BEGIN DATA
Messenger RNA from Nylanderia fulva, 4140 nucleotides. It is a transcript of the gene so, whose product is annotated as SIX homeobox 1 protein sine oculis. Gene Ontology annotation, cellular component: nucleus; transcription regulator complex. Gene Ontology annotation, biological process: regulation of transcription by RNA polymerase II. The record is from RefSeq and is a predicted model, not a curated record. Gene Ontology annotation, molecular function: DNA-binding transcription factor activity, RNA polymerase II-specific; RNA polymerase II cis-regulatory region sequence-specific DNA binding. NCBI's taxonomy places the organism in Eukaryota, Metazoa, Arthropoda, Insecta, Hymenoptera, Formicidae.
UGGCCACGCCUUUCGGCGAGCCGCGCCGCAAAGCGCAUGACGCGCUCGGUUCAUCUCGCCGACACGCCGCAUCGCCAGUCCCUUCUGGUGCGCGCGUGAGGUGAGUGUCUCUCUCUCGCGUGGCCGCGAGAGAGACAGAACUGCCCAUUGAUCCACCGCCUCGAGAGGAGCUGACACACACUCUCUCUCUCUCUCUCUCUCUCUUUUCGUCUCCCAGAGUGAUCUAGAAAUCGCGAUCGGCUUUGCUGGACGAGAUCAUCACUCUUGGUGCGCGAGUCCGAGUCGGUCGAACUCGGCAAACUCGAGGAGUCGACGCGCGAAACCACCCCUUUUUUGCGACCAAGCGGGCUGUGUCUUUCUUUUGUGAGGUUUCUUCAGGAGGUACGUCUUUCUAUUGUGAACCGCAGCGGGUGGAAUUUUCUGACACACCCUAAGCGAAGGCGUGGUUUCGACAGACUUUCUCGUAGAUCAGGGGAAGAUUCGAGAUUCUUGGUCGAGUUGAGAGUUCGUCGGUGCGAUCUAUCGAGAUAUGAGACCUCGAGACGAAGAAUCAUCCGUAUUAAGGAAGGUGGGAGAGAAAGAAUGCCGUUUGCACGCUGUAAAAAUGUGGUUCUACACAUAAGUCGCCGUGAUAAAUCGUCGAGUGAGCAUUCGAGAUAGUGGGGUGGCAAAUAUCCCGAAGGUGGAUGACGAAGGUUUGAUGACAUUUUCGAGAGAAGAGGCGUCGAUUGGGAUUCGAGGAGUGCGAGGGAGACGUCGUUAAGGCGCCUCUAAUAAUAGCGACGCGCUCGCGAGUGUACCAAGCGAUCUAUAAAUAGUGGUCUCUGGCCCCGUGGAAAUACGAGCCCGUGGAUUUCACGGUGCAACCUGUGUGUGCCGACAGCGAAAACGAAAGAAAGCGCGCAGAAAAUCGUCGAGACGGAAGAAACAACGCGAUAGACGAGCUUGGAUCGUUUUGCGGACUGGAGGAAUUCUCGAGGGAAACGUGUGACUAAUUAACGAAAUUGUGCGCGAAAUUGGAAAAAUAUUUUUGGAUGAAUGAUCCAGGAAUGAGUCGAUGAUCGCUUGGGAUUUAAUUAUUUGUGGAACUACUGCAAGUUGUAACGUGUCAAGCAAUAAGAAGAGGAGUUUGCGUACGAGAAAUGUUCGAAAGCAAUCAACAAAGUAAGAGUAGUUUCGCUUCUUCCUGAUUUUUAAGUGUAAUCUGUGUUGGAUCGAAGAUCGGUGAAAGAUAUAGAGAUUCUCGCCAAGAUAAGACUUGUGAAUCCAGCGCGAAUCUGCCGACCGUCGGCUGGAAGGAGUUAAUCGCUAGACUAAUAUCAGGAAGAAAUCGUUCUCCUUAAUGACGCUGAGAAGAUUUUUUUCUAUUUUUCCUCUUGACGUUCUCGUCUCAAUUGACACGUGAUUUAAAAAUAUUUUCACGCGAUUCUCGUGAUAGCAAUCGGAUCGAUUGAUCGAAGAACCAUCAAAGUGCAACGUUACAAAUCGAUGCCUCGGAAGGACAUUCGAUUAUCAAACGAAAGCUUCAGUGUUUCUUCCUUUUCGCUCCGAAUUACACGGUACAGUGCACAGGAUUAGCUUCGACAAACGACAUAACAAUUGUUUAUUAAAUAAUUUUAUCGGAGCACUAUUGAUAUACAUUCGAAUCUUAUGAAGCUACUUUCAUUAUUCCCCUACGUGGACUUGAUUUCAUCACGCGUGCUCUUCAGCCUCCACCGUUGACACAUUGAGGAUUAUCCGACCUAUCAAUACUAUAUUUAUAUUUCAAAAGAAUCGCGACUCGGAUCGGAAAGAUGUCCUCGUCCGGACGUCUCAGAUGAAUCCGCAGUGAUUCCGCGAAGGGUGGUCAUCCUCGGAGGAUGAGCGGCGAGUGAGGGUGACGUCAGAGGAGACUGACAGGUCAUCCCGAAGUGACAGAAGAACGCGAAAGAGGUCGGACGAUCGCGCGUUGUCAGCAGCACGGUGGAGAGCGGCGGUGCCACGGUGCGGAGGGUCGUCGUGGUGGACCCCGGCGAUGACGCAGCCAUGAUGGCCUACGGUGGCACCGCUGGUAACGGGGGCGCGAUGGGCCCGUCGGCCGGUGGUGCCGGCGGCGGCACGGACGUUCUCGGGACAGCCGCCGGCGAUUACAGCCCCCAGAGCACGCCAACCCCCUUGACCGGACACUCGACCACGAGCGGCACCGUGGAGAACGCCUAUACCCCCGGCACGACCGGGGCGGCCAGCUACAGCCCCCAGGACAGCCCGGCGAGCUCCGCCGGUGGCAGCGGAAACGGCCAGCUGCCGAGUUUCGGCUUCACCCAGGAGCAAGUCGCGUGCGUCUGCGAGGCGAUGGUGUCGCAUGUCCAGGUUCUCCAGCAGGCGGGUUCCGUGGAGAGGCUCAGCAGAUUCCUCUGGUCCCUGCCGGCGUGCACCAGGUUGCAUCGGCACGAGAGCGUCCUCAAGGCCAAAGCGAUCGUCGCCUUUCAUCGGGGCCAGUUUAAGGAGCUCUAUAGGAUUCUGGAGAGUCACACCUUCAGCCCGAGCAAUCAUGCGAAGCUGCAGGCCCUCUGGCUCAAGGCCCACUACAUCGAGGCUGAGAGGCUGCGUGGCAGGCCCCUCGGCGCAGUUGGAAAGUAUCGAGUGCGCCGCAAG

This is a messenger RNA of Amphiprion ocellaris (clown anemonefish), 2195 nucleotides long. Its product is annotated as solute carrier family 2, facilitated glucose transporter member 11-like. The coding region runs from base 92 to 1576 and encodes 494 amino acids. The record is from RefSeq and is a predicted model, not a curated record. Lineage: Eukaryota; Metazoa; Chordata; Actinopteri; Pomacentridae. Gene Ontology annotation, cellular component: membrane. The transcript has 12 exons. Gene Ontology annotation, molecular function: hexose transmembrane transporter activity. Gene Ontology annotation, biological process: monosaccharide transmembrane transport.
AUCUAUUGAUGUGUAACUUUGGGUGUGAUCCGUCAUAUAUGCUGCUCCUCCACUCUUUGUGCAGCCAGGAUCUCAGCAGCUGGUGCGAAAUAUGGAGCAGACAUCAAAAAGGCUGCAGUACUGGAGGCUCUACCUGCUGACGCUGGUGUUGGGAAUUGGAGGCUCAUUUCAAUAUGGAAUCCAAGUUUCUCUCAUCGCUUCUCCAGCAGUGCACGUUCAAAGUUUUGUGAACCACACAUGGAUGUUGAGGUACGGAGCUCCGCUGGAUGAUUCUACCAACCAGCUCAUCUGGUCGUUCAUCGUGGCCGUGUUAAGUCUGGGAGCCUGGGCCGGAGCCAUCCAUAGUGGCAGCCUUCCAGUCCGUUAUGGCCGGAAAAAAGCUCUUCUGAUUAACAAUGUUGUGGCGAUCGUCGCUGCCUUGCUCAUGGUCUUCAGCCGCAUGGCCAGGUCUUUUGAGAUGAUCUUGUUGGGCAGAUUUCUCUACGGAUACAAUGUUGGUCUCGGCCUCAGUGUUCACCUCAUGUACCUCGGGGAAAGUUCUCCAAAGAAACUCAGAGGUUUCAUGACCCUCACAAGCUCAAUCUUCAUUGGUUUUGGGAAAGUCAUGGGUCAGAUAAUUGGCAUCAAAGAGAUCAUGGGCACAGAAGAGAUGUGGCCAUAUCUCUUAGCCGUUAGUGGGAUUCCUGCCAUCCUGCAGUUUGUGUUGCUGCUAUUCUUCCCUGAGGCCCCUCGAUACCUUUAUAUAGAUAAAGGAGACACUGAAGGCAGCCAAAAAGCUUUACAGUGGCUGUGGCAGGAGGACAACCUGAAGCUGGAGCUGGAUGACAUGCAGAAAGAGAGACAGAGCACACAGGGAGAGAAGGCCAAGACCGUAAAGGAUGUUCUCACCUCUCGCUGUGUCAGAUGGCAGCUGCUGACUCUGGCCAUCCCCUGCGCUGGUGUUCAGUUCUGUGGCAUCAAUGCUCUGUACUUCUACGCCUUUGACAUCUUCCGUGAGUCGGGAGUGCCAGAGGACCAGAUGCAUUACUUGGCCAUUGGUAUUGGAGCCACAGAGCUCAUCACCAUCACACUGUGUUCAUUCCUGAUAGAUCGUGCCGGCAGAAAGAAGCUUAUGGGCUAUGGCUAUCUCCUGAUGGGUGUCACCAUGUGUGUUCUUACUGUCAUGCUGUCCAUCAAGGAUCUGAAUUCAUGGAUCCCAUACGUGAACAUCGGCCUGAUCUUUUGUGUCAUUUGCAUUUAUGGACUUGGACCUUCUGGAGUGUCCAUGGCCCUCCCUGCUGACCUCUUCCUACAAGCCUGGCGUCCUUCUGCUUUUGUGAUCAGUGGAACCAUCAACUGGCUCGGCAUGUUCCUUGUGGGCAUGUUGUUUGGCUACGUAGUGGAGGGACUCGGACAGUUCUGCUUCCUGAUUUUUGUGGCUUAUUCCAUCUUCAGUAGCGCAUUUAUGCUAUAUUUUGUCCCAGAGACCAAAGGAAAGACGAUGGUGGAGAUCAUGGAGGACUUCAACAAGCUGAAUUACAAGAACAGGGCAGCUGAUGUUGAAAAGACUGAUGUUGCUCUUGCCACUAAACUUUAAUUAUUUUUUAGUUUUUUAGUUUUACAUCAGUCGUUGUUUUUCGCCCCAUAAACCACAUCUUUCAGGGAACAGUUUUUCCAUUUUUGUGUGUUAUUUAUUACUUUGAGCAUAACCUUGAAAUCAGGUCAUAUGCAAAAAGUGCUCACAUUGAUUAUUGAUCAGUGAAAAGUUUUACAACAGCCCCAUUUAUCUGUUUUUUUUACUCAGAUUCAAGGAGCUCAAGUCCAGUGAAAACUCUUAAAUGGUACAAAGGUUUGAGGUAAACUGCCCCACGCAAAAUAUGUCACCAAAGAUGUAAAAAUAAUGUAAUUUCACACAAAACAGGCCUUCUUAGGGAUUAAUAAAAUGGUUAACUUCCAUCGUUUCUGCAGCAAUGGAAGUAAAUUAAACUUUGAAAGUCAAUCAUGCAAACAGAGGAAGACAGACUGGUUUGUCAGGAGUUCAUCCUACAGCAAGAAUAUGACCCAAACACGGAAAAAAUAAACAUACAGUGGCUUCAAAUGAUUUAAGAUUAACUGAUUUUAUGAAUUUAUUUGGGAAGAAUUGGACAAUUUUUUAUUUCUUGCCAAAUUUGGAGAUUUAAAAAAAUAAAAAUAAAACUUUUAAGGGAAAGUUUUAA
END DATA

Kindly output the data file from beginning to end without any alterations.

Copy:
Messenger RNA from Nylanderia fulva, 4140 nucleotides. It is a transcript of the gene so, whose product is annotated as SIX homeobox 1 protein sine oculis. Gene Ontology annotation, cellular component: nucleus; transcription regulator complex. Gene Ontology annotation, biological process: regulation of transcription by RNA polymerase II. The record is from RefSeq and is a predicted model, not a curated record. Gene Ontology annotation, molecular function: DNA-binding transcription factor activity, RNA polymerase II-specific; RNA polymerase II cis-regulatory region sequence-specific DNA binding. NCBI's taxonomy places the organism in Eukaryota, Metazoa, Arthropoda, Insecta, Hymenoptera, Formicidae.
UGGCCACGCCUUUCGGCGAGCCGCGCCGCAAAGCGCAUGACGCGCUCGGUUCAUCUCGCCGACACGCCGCAUCGCCAGUCCCUUCUGGUGCGCGCGUGAGGUGAGUGUCUCUCUCUCGCGUGGCCGCGAGAGAGACAGAACUGCCCAUUGAUCCACCGCCUCGAGAGGAGCUGACACACACUCUCUCUCUCUCUCUCUCUCUCUUUUCGUCUCCCAGAGUGAUCUAGAAAUCGCGAUCGGCUUUGCUGGACGAGAUCAUCACUCUUGGUGCGCGAGUCCGAGUCGGUCGAACUCGGCAAACUCGAGGAGUCGACGCGCGAAACCACCCCUUUUUUGCGACCAAGCGGGCUGUGUCUUUCUUUUGUGAGGUUUCUUCAGGAGGUACGUCUUUCUAUUGUGAACCGCAGCGGGUGGAAUUUUCUGACACACCCUAAGCGAAGGCGUGGUUUCGACAGACUUUCUCGUAGAUCAGGGGAAGAUUCGAGAUUCUUGGUCGAGUUGAGAGUUCGUCGGUGCGAUCUAUCGAGAUAUGAGACCUCGAGACGAAGAAUCAUCCGUAUUAAGGAAGGUGGGAGAGAAAGAAUGCCGUUUGCACGCUGUAAAAAUGUGGUUCUACACAUAAGUCGCCGUGAUAAAUCGUCGAGUGAGCAUUCGAGAUAGUGGGGUGGCAAAUAUCCCGAAGGUGGAUGACGAAGGUUUGAUGACAUUUUCGAGAGAAGAGGCGUCGAUUGGGAUUCGAGGAGUGCGAGGGAGACGUCGUUAAGGCGCCUCUAAUAAUAGCGACGCGCUCGCGAGUGUACCAAGCGAUCUAUAAAUAGUGGUCUCUGGCCCCGUGGAAAUACGAGCCCGUGGAUUUCACGGUGCAACCUGUGUGUGCCGACAGCGAAAACGAAAGAAAGCGCGCAGAAAAUCGUCGAGACGGAAGAAACAACGCGAUAGACGAGCUUGGAUCGUUUUGCGGACUGGAGGAAUUCUCGAGGGAAACGUGUGACUAAUUAACGAAAUUGUGCGCGAAAUUGGAAAAAUAUUUUUGGAUGAAUGAUCCAGGAAUGAGUCGAUGAUCGCUUGGGAUUUAAUUAUUUGUGGAACUACUGCAAGUUGUAACGUGUCAAGCAAUAAGAAGAGGAGUUUGCGUACGAGAAAUGUUCGAAAGCAAUCAACAAAGUAAGAGUAGUUUCGCUUCUUCCUGAUUUUUAAGUGUAAUCUGUGUUGGAUCGAAGAUCGGUGAAAGAUAUAGAGAUUCUCGCCAAGAUAAGACUUGUGAAUCCAGCGCGAAUCUGCCGACCGUCGGCUGGAAGGAGUUAAUCGCUAGACUAAUAUCAGGAAGAAAUCGUUCUCCUUAAUGACGCUGAGAAGAUUUUUUUCUAUUUUUCCUCUUGACGUUCUCGUCUCAAUUGACACGUGAUUUAAAAAUAUUUUCACGCGAUUCUCGUGAUAGCAAUCGGAUCGAUUGAUCGAAGAACCAUCAAAGUGCAACGUUACAAAUCGAUGCCUCGGAAGGACAUUCGAUUAUCAAACGAAAGCUUCAGUGUUUCUUCCUUUUCGCUCCGAAUUACACGGUACAGUGCACAGGAUUAGCUUCGACAAACGACAUAACAAUUGUUUAUUAAAUAAUUUUAUCGGAGCACUAUUGAUAUACAUUCGAAUCUUAUGAAGCUACUUUCAUUAUUCCCCUACGUGGACUUGAUUUCAUCACGCGUGCUCUUCAGCCUCCACCGUUGACACAUUGAGGAUUAUCCGACCUAUCAAUACUAUAUUUAUAUUUCAAAAGAAUCGCGACUCGGAUCGGAAAGAUGUCCUCGUCCGGACGUCUCAGAUGAAUCCGCAGUGAUUCCGCGAAGGGUGGUCAUCCUCGGAGGAUGAGCGGCGAGUGAGGGUGACGUCAGAGGAGACUGACAGGUCAUCCCGAAGUGACAGAAGAACGCGAAAGAGGUCGGACGAUCGCGCGUUGUCAGCAGCACGGUGGAGAGCGGCGGUGCCACGGUGCGGAGGGUCGUCGUGGUGGACCCCGGCGAUGACGCAGCCAUGAUGGCCUACGGUGGCACCGCUGGUAACGGGGGCGCGAUGGGCCCGUCGGCCGGUGGUGCCGGCGGCGGCACGGACGUUCUCGGGACAGCCGCCGGCGAUUACAGCCCCCAGAGCACGCCAACCCCCUUGACCGGACACUCGACCACGAGCGGCACCGUGGAGAACGCCUAUACCCCCGGCACGACCGGGGCGGCCAGCUACAGCCCCCAGGACAGCCCGGCGAGCUCCGCCGGUGGCAGCGGAAACGGCCAGCUGCCGAGUUUCGGCUUCACCCAGGAGCAAGUCGCGUGCGUCUGCGAGGCGAUGGUGUCGCAUGUCCAGGUUCUCCAGCAGGCGGGUUCCGUGGAGAGGCUCAGCAGAUUCCUCUGGUCCCUGCCGGCGUGCACCAGGUUGCAUCGGCACGAGAGCGUCCUCAAGGCCAAAGCGAUCGUCGCCUUUCAUCGGGGCCAGUUUAAGGAGCUCUAUAGGAUUCUGGAGAGUCACACCUUCAGCCCGAGCAAUCAUGCGAAGCUGCAGGCCCUCUGGCUCAAGGCCCACUACAUCGAGGCUGAGAGGCUGCGUGGCAGGCCCCUCGGCGCAGUUGGAAAGUAUCGAGUGCGCCGCAAG

This is a messenger RNA of Amphiprion ocellaris (clown anemonefish), 2195 nucleotides long. Its product is annotated as solute carrier family 2, facilitated glucose transporter member 11-like. The coding region runs from base 92 to 1576 and encodes 494 amino acids. The record is from RefSeq and is a predicted model, not a curated record. Lineage: Eukaryota; Metazoa; Chordata; Actinopteri; Pomacentridae. Gene Ontology annotation, cellular component: membrane. The transcript has 12 exons. Gene Ontology annotation, molecular function: hexose transmembrane transporter activity. Gene Ontology annotation, biological process: monosaccharide transmembrane transport.
AUCUAUUGAUGUGUAACUUUGGGUGUGAUCCGUCAUAUAUGCUGCUCCUCCACUCUUUGUGCAGCCAGGAUCUCAGCAGCUGGUGCGAAAUAUGGAGCAGACAUCAAAAAGGCUGCAGUACUGGAGGCUCUACCUGCUGACGCUGGUGUUGGGAAUUGGAGGCUCAUUUCAAUAUGGAAUCCAAGUUUCUCUCAUCGCUUCUCCAGCAGUGCACGUUCAAAGUUUUGUGAACCACACAUGGAUGUUGAGGUACGGAGCUCCGCUGGAUGAUUCUACCAACCAGCUCAUCUGGUCGUUCAUCGUGGCCGUGUUAAGUCUGGGAGCCUGGGCCGGAGCCAUCCAUAGUGGCAGCCUUCCAGUCCGUUAUGGCCGGAAAAAAGCUCUUCUGAUUAACAAUGUUGUGGCGAUCGUCGCUGCCUUGCUCAUGGUCUUCAGCCGCAUGGCCAGGUCUUUUGAGAUGAUCUUGUUGGGCAGAUUUCUCUACGGAUACAAUGUUGGUCUCGGCCUCAGUGUUCACCUCAUGUACCUCGGGGAAAGUUCUCCAAAGAAACUCAGAGGUUUCAUGACCCUCACAAGCUCAAUCUUCAUUGGUUUUGGGAAAGUCAUGGGUCAGAUAAUUGGCAUCAAAGAGAUCAUGGGCACAGAAGAGAUGUGGCCAUAUCUCUUAGCCGUUAGUGGGAUUCCUGCCAUCCUGCAGUUUGUGUUGCUGCUAUUCUUCCCUGAGGCCCCUCGAUACCUUUAUAUAGAUAAAGGAGACACUGAAGGCAGCCAAAAAGCUUUACAGUGGCUGUGGCAGGAGGACAACCUGAAGCUGGAGCUGGAUGACAUGCAGAAAGAGAGACAGAGCACACAGGGAGAGAAGGCCAAGACCGUAAAGGAUGUUCUCACCUCUCGCUGUGUCAGAUGGCAGCUGCUGACUCUGGCCAUCCCCUGCGCUGGUGUUCAGUUCUGUGGCAUCAAUGCUCUGUACUUCUACGCCUUUGACAUCUUCCGUGAGUCGGGAGUGCCAGAGGACCAGAUGCAUUACUUGGCCAUUGGUAUUGGAGCCACAGAGCUCAUCACCAUCACACUGUGUUCAUUCCUGAUAGAUCGUGCCGGCAGAAAGAAGCUUAUGGGCUAUGGCUAUCUCCUGAUGGGUGUCACCAUGUGUGUUCUUACUGUCAUGCUGUCCAUCAAGGAUCUGAAUUCAUGGAUCCCAUACGUGAACAUCGGCCUGAUCUUUUGUGUCAUUUGCAUUUAUGGACUUGGACCUUCUGGAGUGUCCAUGGCCCUCCCUGCUGACCUCUUCCUACAAGCCUGGCGUCCUUCUGCUUUUGUGAUCAGUGGAACCAUCAACUGGCUCGGCAUGUUCCUUGUGGGCAUGUUGUUUGGCUACGUAGUGGAGGGACUCGGACAGUUCUGCUUCCUGAUUUUUGUGGCUUAUUCCAUCUUCAGUAGCGCAUUUAUGCUAUAUUUUGUCCCAGAGACCAAAGGAAAGACGAUGGUGGAGAUCAUGGAGGACUUCAACAAGCUGAAUUACAAGAACAGGGCAGCUGAUGUUGAAAAGACUGAUGUUGCUCUUGCCACUAAACUUUAAUUAUUUUUUAGUUUUUUAGUUUUACAUCAGUCGUUGUUUUUCGCCCCAUAAACCACAUCUUUCAGGGAACAGUUUUUCCAUUUUUGUGUGUUAUUUAUUACUUUGAGCAUAACCUUGAAAUCAGGUCAUAUGCAAAAAGUGCUCACAUUGAUUAUUGAUCAGUGAAAAGUUUUACAACAGCCCCAUUUAUCUGUUUUUUUUACUCAGAUUCAAGGAGCUCAAGUCCAGUGAAAACUCUUAAAUGGUACAAAGGUUUGAGGUAAACUGCCCCACGCAAAAUAUGUCACCAAAGAUGUAAAAAUAAUGUAAUUUCACACAAAACAGGCCUUCUUAGGGAUUAAUAAAAUGGUUAACUUCCAUCGUUUCUGCAGCAAUGGAAGUAAAUUAAACUUUGAAAGUCAAUCAUGCAAACAGAGGAAGACAGACUGGUUUGUCAGGAGUUCAUCCUACAGCAAGAAUAUGACCCAAACACGGAAAAAAUAAACAUACAGUGGCUUCAAAUGAUUUAAGAUUAACUGAUUUUAUGAAUUUAUUUGGGAAGAAUUGGACAAUUUUUUAUUUCUUGCCAAAUUUGGAGAUUUAAAAAAAUAAAAAUAAAACUUUUAAGGGAAAGUUUUAA